Pastor’s Email Blast, “Jesus Does Battle in Our Place”, 1st Sunday in Lent

SJLC ElderNews

Join us on Sunday for Divine Service at 9:30 a.m. & Sunday School and Bible Class at 10:45

Reminder: Wednesday Vespers Services at 7:00 p.m. throughout Lent 

Private Confession and Absolution offered all-week upon request.

Jesus Does Battle in Our Place

In the Garden, man exalts himself to be a god in place of God (Gen. 3:1–21). He succumbs to the temptation of the devil, and eating of the forbidden fruit, he receives death. But in the sin-cursed wilderness, God humbles Himself to become man in place of man (Mt. 4:1–11). He does not eat but fasts and bears the onslaughts of the devil for us that we may be restored to life. Jesus stands as David in our place to do battle against the Goliath, Satan (1 Samuel 17:40–51). Though outwardly Jesus appears weak, yet He comes in the name of the Lord of hosts. He draws from the five smooth stones of the books of Moses and slings the Word of God. The stone sinks into the forehead, and the enemy falls. In Christ we are victorious over the devil. Let us therefore not receive the grace of God in vain (2 Cor. 6:1–10), but seeing that we have a great High Priest, let us come boldly to the throne of grace, that we may obtain help in time of need (Heb 4:14–16)

Lent is penitential because we focus on the reason why Jesus came to earth to save us—because of our fall into sin. He came to die on Good Friday to save us from our sins, death, and the power of the devil. Because it is a somber season of the church year, you will also notice some liturgical changes. Our altar cross is veiled until Easter. Our music is less festive. There are some joyous parts of our liturgy (as noted in the hymnal), like singing the Alleluias, that are buried during Lent and then resurrected on the joyous occasion of Easter. The color of Lent is purple, which symbolizes royalty and repentance. Jesus is our “King Who comes to save us.”

Preparing for Worship: For those preparing to receive The Lord’s Supper, please refer to p. 328 in the hymnal. Prayers for worship are located on the first page of the hymnal.

Lord’s Supper:  Christ gives His body and blood in the Sacrament for the forgiveness of sins.  Those who are in fellowship with the Lutheran Church—Missouri Synod are welcome to Holy Communion.  Others we ask that you wait until our pastor can review with you the Gospel and the Lord’s Supper.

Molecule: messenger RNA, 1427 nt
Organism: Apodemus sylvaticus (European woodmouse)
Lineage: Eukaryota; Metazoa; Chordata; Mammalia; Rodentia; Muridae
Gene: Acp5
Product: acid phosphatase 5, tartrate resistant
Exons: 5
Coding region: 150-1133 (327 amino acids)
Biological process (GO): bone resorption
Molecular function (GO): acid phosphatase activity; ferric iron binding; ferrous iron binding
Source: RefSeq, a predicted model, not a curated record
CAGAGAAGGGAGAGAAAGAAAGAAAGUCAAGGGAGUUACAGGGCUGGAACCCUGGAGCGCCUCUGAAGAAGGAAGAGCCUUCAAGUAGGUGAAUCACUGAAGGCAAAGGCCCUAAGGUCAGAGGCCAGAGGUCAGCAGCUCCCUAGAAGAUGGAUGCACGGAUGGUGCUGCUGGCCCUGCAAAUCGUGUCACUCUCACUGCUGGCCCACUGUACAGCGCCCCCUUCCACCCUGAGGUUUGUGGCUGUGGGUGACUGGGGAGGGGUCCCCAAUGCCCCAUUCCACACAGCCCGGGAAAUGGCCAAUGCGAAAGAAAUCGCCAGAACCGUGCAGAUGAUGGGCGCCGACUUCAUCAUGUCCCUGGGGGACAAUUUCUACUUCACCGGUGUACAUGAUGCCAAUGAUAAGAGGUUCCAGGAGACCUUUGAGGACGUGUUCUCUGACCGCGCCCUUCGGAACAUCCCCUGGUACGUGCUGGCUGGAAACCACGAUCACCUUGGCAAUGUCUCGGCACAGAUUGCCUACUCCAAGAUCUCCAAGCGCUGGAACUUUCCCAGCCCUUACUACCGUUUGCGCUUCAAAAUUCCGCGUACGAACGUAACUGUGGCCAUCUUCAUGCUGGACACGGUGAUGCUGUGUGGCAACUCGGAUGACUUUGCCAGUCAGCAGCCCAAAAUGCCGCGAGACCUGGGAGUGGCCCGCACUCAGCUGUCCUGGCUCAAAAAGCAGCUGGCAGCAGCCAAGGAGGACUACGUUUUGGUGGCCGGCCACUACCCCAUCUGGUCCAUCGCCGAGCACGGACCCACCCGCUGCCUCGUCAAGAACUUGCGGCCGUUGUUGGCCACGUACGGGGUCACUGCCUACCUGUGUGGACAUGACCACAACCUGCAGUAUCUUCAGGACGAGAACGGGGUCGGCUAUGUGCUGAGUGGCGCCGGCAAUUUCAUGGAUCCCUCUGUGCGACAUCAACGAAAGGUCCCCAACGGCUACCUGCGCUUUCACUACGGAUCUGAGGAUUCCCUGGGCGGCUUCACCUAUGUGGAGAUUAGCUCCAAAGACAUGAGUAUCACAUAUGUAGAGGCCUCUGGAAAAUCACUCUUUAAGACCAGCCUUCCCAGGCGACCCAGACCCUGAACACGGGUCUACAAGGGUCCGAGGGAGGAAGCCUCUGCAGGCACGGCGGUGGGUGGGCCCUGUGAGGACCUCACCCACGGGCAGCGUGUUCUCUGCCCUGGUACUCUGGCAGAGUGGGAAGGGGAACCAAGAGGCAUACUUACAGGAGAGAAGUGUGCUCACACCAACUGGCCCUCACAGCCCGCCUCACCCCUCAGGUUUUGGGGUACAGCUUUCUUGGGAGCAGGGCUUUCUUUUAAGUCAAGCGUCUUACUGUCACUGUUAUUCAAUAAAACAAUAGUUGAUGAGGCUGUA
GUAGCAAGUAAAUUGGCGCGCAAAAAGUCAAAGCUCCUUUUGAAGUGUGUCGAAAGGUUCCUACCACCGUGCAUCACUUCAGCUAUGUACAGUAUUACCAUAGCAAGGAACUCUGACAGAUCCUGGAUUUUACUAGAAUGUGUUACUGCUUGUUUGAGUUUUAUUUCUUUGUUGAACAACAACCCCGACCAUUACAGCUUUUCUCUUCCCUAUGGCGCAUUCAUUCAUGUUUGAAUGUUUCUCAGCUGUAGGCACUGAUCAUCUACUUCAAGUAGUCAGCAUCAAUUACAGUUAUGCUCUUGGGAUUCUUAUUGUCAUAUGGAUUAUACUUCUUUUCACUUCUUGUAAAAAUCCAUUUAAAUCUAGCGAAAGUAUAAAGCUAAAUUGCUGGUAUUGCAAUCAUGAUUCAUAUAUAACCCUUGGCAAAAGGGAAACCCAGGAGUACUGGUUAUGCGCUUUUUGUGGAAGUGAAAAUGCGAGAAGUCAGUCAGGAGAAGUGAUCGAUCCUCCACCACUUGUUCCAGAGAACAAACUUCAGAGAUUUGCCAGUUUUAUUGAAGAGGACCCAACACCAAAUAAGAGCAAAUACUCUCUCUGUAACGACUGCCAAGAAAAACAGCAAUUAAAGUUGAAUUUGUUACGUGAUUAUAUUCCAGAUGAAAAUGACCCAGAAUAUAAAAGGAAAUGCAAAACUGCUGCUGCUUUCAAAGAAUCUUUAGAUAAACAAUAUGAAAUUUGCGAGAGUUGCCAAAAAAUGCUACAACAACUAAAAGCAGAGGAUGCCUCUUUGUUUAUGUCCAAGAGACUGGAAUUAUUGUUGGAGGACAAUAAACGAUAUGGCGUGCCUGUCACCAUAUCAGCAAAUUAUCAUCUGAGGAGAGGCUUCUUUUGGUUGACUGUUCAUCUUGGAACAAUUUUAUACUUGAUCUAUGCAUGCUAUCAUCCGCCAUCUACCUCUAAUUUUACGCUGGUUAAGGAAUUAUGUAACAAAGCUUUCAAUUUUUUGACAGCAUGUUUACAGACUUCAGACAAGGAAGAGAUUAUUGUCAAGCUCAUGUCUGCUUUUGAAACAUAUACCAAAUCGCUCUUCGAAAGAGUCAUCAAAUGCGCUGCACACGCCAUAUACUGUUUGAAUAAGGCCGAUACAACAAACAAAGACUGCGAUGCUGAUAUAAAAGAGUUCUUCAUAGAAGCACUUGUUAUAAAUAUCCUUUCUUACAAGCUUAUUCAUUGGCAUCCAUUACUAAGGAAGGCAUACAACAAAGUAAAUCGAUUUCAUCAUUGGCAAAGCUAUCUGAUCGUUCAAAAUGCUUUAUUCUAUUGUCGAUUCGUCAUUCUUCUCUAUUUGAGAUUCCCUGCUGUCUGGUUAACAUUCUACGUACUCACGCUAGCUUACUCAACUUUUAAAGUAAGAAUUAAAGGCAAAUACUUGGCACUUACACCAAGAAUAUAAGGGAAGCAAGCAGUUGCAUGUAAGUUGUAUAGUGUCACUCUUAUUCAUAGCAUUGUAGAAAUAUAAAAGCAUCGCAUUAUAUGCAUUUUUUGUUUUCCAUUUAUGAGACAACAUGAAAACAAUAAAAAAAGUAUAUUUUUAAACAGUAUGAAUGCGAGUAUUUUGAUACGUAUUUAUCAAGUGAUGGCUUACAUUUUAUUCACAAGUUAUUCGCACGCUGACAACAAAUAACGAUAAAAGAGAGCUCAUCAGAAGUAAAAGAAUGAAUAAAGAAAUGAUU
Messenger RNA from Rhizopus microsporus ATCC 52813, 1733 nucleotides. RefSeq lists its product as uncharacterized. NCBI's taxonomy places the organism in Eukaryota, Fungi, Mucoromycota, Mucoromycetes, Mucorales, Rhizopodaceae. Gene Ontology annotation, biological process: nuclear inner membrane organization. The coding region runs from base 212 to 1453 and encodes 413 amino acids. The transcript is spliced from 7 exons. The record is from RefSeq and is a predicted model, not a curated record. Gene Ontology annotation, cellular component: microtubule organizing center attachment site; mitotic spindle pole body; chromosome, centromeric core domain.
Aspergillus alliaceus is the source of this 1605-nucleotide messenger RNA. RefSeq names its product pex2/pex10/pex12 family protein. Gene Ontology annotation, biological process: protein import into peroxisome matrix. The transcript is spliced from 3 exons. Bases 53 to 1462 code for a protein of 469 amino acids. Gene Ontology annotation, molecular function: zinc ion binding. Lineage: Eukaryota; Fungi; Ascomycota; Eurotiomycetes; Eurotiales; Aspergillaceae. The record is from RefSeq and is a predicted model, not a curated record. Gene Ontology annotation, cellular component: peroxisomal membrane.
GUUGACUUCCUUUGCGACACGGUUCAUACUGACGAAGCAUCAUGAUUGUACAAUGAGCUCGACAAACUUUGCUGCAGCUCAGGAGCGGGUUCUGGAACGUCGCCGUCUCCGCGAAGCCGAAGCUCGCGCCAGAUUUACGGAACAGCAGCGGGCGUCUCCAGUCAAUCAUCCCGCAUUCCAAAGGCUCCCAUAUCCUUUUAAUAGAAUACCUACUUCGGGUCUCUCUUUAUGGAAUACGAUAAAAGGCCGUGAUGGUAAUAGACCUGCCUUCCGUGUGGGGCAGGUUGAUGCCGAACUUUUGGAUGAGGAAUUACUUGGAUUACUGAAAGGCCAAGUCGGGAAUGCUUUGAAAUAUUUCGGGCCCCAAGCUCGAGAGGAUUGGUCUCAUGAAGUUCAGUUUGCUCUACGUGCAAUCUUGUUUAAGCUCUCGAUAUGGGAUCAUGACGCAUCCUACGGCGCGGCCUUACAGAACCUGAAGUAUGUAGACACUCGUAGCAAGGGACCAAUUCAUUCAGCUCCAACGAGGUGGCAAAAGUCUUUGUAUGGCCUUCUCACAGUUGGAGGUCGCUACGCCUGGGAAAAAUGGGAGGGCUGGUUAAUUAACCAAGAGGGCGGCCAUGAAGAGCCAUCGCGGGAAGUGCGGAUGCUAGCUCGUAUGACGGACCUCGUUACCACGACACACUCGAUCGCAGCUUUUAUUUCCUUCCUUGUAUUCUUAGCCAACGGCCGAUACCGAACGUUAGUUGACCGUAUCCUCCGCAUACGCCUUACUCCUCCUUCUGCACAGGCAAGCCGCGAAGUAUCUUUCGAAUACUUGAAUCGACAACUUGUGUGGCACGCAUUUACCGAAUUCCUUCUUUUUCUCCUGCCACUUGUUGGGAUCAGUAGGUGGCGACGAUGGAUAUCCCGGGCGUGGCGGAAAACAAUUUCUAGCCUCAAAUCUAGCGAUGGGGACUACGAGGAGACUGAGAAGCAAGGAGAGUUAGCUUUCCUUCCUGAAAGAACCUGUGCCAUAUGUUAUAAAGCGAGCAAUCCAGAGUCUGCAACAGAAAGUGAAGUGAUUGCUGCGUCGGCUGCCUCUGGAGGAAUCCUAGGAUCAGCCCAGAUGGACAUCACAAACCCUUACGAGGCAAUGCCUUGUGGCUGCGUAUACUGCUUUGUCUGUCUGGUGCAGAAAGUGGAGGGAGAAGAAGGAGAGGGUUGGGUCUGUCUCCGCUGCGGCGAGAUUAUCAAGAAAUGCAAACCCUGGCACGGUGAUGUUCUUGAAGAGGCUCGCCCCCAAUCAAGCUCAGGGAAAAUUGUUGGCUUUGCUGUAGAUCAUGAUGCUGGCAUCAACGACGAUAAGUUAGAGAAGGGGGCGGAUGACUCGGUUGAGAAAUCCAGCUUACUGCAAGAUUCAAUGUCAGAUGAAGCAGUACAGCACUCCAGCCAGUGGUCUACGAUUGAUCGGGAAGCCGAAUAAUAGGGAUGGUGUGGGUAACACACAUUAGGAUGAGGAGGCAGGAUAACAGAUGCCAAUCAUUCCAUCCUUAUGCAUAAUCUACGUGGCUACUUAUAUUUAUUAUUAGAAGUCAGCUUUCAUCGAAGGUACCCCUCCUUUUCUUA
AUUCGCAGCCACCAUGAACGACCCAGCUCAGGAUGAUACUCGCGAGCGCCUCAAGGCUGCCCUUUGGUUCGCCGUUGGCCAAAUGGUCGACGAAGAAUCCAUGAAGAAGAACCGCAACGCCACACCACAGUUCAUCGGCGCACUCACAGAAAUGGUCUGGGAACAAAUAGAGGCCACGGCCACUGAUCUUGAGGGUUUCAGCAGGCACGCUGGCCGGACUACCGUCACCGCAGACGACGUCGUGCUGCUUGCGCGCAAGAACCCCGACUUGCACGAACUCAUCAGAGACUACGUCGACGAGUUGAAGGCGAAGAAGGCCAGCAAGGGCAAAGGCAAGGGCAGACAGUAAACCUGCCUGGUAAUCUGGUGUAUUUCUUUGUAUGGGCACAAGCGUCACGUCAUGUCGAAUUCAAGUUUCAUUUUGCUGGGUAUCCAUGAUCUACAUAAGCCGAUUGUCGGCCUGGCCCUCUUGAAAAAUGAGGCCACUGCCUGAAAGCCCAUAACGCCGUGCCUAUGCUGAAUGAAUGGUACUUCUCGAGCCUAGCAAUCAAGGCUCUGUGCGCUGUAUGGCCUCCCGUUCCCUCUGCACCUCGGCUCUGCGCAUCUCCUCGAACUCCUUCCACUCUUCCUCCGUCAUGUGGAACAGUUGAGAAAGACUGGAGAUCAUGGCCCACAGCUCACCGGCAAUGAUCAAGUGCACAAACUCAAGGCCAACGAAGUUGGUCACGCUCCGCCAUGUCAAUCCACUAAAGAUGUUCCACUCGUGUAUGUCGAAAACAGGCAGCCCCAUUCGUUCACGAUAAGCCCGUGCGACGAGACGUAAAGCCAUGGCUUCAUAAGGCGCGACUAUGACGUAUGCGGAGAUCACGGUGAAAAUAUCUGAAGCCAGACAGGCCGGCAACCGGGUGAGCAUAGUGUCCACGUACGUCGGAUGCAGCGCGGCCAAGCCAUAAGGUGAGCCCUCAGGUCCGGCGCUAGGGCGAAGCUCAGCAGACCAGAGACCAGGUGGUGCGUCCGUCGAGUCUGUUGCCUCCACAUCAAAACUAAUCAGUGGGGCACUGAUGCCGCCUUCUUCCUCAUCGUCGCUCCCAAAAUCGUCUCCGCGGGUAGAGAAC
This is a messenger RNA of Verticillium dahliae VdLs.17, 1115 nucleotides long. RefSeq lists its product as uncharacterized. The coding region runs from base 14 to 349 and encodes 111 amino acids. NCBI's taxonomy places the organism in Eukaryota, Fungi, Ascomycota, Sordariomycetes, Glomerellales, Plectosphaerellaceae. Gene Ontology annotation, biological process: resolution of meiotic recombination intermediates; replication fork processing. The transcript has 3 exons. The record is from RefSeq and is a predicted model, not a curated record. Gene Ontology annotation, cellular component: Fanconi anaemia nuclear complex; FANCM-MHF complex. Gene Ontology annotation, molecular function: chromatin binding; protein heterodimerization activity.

Prayers for the week:

* Pam Tontz, surgery recovery. Ron Martinez’ sister, Nancy. * Junker’s daughter-in-law, Lisa, recovering from surgery. * Larry Phillips, recovering from knee surgery. * Matthew Eggert, surgery. * Rick Nyman’s niece, Elizabeth Nyman, recovering from surgery and cancer. Also, his friends, Howie and Jan—Jan has advanced cancer. * The Whitmire’s neighbor, Russ Wheat, who has advanced cancer.

*If you would like a prayer in the bulletin, please call or email pastor by Thursday*For pastoral emergencies and care, please call me at 972-802-0444.

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Dear Friend of Issues, Etc.,

Since Lutherans believe that we are justified by Grace alone, through faith alone, does that mean that Lutherans have nothing to say about the Christian life? Because Lutherans reject the errors of Pietism, does that mean that Lutherans reject piety?

Lutheran piety simply consists of godly habits like listening to God’s Word, the daily prayers, reception of the Lord’s Supper, Confession and Absolution, sacrificial giving, confessing Christ, good works and remembering death and judgment day.

We’ve finished a series of teachings on “Lutheran Piety” with Pr. Will Weedon, author of the new book Thank, Praise, Serve and Obey: Recover the Joys of Piety.  Listen to the entire series here, then share it with your family, friends and congregation.

Thanks for listening!

Wir sind alle Bettler,

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Todd Wilken, host

Issues, Etc.


Pastor Clint Stark

St. John Lutheran Church

Frisco, TX

 Let us hold fast the confession of our hope without wavering, for he who promised is faithful. And let us consider how to stir up one another to love and good works, not neglecting to meet together, as is the habit of some, but encouraging one another, and all the more as you see the Day drawing near.

(Hebrews 10:23-25 ESV)